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Getting used to lab-grown food options might be necessary for Singapore's food security: SMU president

SINGAPORE — The use of alternative food sources such as laboratory-grown products might be necessary so that Singapore may not be vulnerable to supply chain disruptions that have been happening during the Covid-19 pandemic, a professor said.

A nugget made from lab-grown chicken meat shown at a media presentation in December 2020 in Singapore, the first country to allow the sale of such cell-cultured meat.

A nugget made from lab-grown chicken meat shown at a media presentation in December 2020 in Singapore, the first country to allow the sale of such cell-cultured meat.

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  • The supply chain disruptions caused by the pandemic have highlighted the challenges of importing food into Singapore
  • It may be necessary to consider alternative food products such as cell-cultured or milk for food security, SMU’s president Lily Kong said
  • This would also support Singapore's goal to grow 30 per cent of its food domestically by 2030
  • However, there will be a psychological barrier to cross for people to accept alternative lab-grown food products, she added
  • This will be no different from how Singaporeans needed to get used to the idea of NEWater to address its water security concerns 

SINGAPORE — The use of alternative food sources such as laboratory-grown products might be necessary so that Singapore may not be vulnerable to supply chain disruptions that have been happening during the Covid-19 pandemic, a professor said.

Professor Lily Kong, president of Singapore Management University (SMU), said on Tuesday (Aug 2) that people must get used to this idea of alternative food, just as they did when Singapore first decided to purify waste water and turn it into drinking water as one of the means to address water security.

Prof Kong, who specialises in social-cultural and urban geography, is also the deputy chairman at the Housing and Development Board.

She was responding to a question about her views on Singapore’s self-sufficiency and food technology plans, speaking as a panellist during a session titled, “What does the future hold for cities?”

It was part of the biennial World Cities Summit, now in its eighth edition, held at Marina Bay Sands until Wednesday.

The discussion, which involved mainly foreign panellists, was moderated by Mr Simon Baptist, global chief economist at The Economist Intelligence Unit, the research and analysis division of the company that publishes The Economist.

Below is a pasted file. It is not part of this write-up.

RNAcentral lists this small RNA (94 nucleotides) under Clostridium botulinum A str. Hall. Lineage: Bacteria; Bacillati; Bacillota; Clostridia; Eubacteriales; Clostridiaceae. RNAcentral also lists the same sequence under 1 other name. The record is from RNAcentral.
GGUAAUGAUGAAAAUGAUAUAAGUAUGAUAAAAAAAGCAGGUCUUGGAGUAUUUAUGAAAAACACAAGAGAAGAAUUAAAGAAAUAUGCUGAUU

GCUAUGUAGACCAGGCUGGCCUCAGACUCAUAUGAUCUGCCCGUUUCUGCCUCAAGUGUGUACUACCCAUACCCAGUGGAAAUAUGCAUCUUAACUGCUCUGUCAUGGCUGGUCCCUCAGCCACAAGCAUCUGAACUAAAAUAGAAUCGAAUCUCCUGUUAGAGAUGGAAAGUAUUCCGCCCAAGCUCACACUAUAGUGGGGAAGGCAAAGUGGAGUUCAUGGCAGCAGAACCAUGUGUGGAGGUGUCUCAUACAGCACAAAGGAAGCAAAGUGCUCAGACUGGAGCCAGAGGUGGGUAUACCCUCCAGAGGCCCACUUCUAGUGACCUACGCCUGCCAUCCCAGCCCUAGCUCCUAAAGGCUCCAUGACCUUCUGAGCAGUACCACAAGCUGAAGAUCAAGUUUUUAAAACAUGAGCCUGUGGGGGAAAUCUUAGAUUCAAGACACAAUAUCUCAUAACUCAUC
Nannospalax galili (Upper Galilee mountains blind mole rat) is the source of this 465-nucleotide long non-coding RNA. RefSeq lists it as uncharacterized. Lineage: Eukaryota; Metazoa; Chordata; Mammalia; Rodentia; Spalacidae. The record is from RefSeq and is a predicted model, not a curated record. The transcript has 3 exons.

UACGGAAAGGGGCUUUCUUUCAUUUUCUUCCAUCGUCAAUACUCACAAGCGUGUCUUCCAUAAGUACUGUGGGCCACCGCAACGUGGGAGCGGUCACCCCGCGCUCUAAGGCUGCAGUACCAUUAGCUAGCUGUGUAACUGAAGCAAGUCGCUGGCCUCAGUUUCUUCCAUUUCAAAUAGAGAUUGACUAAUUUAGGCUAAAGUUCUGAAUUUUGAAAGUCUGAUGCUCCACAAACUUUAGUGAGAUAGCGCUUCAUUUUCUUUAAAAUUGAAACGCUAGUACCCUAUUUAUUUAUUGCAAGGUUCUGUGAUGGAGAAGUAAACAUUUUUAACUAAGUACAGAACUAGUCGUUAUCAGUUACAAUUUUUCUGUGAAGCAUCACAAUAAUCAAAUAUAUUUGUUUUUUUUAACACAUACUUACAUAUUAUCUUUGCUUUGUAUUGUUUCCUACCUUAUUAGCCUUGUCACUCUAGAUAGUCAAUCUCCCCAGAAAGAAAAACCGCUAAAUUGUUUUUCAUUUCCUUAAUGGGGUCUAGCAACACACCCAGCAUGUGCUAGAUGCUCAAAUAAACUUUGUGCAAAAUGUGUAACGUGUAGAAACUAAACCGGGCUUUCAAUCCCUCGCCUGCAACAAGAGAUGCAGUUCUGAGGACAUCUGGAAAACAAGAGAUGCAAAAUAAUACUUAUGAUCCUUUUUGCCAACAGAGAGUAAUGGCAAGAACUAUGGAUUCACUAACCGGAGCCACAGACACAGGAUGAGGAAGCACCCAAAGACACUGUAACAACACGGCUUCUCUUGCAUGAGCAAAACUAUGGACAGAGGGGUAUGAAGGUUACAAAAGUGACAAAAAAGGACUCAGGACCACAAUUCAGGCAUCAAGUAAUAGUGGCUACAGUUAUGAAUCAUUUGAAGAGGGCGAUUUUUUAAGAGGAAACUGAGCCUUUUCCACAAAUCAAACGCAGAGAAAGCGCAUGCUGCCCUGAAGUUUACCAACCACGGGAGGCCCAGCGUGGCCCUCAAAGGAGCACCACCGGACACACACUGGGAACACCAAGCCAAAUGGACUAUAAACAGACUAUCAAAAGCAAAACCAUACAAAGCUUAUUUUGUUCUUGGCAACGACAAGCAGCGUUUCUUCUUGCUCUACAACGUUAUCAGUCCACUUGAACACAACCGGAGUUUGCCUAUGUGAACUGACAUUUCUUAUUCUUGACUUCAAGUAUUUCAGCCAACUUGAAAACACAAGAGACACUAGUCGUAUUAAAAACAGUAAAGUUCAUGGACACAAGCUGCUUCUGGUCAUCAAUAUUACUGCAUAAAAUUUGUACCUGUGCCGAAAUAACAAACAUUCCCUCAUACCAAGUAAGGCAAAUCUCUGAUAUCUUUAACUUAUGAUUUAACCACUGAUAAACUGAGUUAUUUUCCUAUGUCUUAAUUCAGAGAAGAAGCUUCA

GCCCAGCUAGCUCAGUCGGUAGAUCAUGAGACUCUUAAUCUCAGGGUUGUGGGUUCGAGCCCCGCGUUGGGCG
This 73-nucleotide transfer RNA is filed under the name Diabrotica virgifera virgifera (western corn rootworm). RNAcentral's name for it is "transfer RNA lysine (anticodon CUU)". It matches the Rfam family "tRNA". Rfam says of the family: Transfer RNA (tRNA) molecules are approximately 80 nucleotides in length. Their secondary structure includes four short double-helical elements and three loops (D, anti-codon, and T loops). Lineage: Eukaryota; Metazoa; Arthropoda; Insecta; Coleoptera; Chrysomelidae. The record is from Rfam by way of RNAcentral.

Touching on Singapore’s self-sufficiency, Prof Kong said that it was an existential one for the country.

More than five decades ago, as part of plans to make way for industrialisation in the early days after its independence, she said that Singapore made a conscious decision to do away with pig farms and source for food from the region.

“Now, what the pandemic has shown us is that (such a strategy to source for food) can be a real challenge. If your supply of chickens, eggs and water are turned off, then how are we going to survive?”

Prof Kong then spoke about how Singapore has dealt with water security, which includes recycling waste and treated water through the NEWater initiative.

However, aside from the technological and economic hurdles of coming up with such a solution to complement Singapore's water supply, there was a psychological barrier that people had to overcome and to get the population to support the idea of using water that was once considered “not pristine”.

This might be a similar barrier that people here may have to cross when it comes to food security.

The country has a "30 by 30" goal to grow 30 per cent of its nutritional needs domestically by 2030, but Prof Kong said that “we’re at best, one-third of the way at this point of time”.

To reach the target, alternative food such as cell-based milk or meat cultured from cells are “going to be a necessary thing to think about”, she added.

As with NEWater, there will be a need to ensure that it is not only technologically and economically possible to create alternative food products sustainably, but that they are also “psychologically acceptable to the population”.